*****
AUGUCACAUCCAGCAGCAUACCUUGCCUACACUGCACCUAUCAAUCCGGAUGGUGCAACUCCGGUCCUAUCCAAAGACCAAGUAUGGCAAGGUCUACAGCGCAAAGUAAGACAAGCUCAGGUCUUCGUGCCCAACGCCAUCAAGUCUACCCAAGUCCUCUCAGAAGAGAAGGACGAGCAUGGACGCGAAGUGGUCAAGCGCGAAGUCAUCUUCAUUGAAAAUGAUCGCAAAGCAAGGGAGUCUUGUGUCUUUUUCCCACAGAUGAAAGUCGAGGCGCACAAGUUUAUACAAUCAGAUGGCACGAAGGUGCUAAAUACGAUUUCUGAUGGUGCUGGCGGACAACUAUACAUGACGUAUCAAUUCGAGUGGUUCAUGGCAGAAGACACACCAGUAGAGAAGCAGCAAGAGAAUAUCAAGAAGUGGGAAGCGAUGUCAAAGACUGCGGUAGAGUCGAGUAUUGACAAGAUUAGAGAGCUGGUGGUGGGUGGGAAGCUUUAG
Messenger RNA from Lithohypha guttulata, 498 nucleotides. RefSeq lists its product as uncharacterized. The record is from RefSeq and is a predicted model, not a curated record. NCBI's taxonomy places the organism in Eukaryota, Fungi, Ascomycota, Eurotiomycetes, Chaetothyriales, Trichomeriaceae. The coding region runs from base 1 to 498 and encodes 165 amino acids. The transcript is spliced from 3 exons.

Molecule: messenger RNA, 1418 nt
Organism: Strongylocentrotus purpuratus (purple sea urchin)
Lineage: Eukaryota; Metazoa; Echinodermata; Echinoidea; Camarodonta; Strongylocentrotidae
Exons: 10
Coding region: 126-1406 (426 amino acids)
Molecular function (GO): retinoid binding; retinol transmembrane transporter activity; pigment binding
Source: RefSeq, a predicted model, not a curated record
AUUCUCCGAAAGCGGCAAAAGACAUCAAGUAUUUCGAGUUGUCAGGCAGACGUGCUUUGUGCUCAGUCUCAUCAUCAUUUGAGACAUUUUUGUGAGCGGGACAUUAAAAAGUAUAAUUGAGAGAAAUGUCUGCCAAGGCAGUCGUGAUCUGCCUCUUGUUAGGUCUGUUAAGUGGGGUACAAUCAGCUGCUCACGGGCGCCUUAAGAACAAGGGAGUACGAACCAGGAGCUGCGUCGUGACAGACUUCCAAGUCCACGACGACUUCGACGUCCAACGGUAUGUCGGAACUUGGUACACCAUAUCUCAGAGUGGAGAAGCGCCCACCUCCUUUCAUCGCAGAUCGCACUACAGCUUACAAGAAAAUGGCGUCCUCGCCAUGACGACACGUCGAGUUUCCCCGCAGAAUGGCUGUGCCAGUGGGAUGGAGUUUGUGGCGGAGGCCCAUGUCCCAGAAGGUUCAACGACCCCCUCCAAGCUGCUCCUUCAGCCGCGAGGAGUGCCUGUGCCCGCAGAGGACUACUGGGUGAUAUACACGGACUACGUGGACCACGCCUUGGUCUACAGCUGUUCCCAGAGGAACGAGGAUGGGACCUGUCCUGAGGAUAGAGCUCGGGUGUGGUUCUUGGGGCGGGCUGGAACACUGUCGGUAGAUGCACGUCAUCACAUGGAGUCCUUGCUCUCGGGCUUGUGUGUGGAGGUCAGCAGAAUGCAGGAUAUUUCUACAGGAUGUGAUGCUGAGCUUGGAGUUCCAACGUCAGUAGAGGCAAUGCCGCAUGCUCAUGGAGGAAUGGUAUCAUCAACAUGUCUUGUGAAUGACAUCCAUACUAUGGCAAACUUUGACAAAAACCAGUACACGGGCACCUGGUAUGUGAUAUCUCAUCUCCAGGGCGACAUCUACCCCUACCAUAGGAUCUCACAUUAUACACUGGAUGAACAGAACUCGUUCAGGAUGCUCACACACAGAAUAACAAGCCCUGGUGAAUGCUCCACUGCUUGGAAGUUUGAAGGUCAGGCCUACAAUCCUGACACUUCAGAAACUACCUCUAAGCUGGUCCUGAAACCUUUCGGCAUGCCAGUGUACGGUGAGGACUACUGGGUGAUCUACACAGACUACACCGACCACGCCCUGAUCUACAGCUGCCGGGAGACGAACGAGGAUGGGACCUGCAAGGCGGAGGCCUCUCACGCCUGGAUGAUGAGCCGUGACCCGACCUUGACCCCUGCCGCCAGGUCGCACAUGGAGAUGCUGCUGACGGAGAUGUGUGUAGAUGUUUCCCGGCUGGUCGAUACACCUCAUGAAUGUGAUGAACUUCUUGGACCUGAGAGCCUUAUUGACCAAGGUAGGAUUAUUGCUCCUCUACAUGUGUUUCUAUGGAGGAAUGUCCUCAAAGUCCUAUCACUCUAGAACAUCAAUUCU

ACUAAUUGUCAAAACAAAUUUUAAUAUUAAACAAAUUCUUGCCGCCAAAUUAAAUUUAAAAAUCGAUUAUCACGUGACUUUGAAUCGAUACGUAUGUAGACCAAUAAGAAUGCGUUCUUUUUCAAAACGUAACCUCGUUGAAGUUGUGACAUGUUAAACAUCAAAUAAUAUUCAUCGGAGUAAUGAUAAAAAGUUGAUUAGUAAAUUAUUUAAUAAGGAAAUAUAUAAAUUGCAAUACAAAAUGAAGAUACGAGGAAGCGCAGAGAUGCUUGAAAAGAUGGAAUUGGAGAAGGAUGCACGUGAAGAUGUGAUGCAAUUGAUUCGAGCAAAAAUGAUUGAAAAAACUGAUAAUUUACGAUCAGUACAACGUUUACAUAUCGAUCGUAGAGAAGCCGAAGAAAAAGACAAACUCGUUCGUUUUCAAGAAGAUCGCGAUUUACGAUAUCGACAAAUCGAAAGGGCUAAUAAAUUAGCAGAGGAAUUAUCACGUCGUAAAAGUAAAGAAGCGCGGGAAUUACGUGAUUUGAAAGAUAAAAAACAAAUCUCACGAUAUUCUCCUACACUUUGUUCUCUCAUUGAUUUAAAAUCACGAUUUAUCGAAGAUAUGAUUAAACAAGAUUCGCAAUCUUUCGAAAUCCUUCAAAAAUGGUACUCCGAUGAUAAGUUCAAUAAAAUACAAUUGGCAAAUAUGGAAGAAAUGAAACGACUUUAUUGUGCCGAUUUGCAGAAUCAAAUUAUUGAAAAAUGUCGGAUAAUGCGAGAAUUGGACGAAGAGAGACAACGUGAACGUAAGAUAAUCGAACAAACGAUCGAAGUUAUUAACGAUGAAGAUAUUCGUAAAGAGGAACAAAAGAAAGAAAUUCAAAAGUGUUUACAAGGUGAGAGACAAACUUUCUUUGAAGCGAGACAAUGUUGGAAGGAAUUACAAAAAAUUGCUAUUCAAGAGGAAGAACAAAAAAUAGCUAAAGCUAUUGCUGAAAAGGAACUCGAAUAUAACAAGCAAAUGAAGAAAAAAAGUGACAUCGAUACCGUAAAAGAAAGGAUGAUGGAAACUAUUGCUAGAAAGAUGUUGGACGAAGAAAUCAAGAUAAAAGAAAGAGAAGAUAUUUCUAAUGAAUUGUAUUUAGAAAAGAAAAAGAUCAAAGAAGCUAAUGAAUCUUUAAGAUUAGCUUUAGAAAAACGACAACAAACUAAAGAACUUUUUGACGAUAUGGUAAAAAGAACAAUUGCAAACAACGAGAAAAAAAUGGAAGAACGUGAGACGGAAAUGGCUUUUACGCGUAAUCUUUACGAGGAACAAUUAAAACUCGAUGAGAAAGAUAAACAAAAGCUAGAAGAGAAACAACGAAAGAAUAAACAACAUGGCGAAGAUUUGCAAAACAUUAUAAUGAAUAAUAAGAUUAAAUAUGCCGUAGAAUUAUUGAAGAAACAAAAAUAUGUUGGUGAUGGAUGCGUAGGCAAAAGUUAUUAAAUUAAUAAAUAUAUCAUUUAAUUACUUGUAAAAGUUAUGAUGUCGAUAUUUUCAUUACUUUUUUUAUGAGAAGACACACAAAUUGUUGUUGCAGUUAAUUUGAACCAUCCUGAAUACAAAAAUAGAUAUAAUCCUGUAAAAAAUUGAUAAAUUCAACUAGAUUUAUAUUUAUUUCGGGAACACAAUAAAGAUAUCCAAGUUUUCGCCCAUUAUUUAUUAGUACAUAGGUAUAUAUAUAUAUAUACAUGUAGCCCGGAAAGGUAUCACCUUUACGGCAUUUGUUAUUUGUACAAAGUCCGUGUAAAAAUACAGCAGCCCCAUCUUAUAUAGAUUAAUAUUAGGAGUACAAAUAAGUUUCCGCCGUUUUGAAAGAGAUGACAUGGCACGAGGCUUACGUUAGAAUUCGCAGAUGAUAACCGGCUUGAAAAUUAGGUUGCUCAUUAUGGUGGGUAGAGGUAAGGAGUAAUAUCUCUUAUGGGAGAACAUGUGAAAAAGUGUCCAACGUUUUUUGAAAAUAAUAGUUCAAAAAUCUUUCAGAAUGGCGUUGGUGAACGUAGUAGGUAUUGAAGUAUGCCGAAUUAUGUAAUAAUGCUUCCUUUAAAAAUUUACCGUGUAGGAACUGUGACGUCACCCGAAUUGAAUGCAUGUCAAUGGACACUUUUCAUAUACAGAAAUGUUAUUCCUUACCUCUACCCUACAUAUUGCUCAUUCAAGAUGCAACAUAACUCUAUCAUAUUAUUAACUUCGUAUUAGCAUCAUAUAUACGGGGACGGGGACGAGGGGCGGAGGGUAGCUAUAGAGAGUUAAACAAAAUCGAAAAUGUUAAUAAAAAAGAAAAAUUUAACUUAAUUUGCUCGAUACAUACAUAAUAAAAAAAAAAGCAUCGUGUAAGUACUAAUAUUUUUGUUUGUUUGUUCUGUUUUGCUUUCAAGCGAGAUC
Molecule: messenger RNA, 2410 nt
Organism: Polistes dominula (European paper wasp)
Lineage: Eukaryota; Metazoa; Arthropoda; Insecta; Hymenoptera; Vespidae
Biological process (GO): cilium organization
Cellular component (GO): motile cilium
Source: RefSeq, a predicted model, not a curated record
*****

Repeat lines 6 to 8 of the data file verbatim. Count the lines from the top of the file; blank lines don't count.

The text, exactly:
Exons: 10
Coding region: 126-1406 (426 amino acids)
Molecular function (GO): retinoid binding; retinol transmembrane transporter activity; pigment binding